Well, we can't knock
any more for not getting
a serious wireless operation. By acquiring
, MCI WorldCom aimed high -- with a price tag of $115 billion in MCI WorldCom stock, in more ways than one -- and picked up a class act.
The Sprint wireless assets are substantial, and are the key here. This is a deal all about wireless, not long distance. Indeed, since Sprint split off its wireless business into a tracking stock,
, some time back, a side deal here is that MCI WorldCom gets that business, too, by issuing PCS holders a new MCI WorldCom tracking stock plus .15 of a MCI WorldCom share for every PCS share they presently own. (Complicated? You bet. Think that's an accident? Think someone has a reason to want this deal to be hard to value?)
Sprint Deal: Tell us what you think on
By joining the country's second- and third-largest wireline long-distance companies, and with combined long-distance revenue around $50 billion, the "new" MCI WorldCom looks like a powerful player in the long-distance business. For whatever that's worth.
I'm convinced that as we value telcos and telco-tech companies going forward, we're going to start discounting the long-distance-related portion of their revenue, since this has become such a sorry business -- and is going to get worse and worse. Long distance can still be profitable at sub-nickel-a-minute rates -- even, probably, down to the 2-cent/3-cent-a-minute range I expect by next spring -- but it's going to be used almost universally as a loss-leader, to sell more valuable services (Net access, data transmission, wireless, U.S.-to-overseas long distance, etc.).
, as you no doubt know, made offers and counteroffers for Sprint, but in the end, this morning the Sprint board voted to accept MCI WorldCom's offer. (Expected offers from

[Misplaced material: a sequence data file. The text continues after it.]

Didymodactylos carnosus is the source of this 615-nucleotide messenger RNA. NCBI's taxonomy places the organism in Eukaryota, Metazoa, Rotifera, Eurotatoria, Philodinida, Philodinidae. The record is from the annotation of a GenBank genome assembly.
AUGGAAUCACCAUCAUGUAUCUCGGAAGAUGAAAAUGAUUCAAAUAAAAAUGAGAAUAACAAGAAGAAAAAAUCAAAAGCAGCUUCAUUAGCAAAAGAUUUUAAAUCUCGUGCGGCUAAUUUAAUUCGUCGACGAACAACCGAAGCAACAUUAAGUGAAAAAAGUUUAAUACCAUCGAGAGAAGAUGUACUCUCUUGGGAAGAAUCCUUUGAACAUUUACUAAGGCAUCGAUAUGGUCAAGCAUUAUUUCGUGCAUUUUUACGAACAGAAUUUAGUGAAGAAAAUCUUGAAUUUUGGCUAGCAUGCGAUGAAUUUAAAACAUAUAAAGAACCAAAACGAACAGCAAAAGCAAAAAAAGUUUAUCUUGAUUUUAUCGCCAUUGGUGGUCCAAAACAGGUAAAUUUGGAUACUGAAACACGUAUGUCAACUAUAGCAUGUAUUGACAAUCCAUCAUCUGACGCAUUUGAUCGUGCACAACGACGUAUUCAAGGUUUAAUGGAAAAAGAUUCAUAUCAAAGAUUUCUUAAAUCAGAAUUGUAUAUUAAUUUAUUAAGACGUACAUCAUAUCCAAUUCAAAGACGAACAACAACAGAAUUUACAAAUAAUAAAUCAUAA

, each of which holds about 10% of Sprint, apparently never materialized. (Both chose, apparently, to take their $10 billion-plus from MCI WorldCom and go away.)
The Sprint board chose MCI WorldCom, I suspect, for two reasons: to build a bigger, stronger, more competitive combined company, and in anticipation of regulatory issues.
already fired a shot across MCI WorldCom's bow this morning, promising serious regulatory review and talking about "a surrender in competition" -- words which almost certainly presage demands for some divestiture of existing MCI WorldCom operations as the price for government approval.
Had BellSouth been the winner, I think the Feds would have demanded big-time sales or spinouts of the wireless businesses BellSouth already owns, plus at least some of what Sprint brought to the table. Since Sprint's being acquired primarily as a way to get its wireless business, that would have been a lousy deal.
For what it's worth, I think the deal is ultimately
-competition, by creating a serious competitor for market leader
, which I am long. Consumers (if not investors) have benefited greatly from competitive pressure driving down long-distance rates; a bulked-up MCI WorldCom will inevitably push them down even further, until
says "ouch." And then a little further still.
This regulatory review for a MCI WorldCom-plus-Sprint-plus-PCS combination promises to be a bloody process. In fact, by midafternoon, Sprint was still trading well below its probable worth if the deal goes through. The arbitragers are scared here, and with some cause.
I'd put the odds of final approval near 100% -- but at what may be a very high cost in buying regulatory approval, possibly one which sucks a lot of the viability out of this deal.
Nonetheless, I'm long and staying long MCI WorldCom. This is a smart if expensive deal for MCI WorldCom, and I think it's one of those all-too-rare M&A plays where 2 plus 2 really does add up to 5 or more.
In a world of incredibly tedious TV spots from online brokers, don't miss the standout new spot from
. On a movie set for an Elizabethan costume drama, a diva-like star is about to finalize a trade via Waterhouse, when she's summoned to the set. I'll leave the rest for you to discover.
Amazing production values, a little humor -- a rare combination indeed, in this biz. Stewart and his boss better watch out.
Jim Seymour is president of Seymour Group, an information-strategies consulting firm working with corporate clients in the U.S., Europe and Asia, and a longtime columnist for PC Magazine. Under no circumstances does the information in this column represent a recommendation to buy or sell stocks. At time of publication, Seymour was long AT&T and MCI WorldCom, although holdings can change at any time. Seymour does not write about companies that are current or recent consulting clients of Seymour Group. While Seymour cannot provide investment advice or recommendations, he invites your feedback at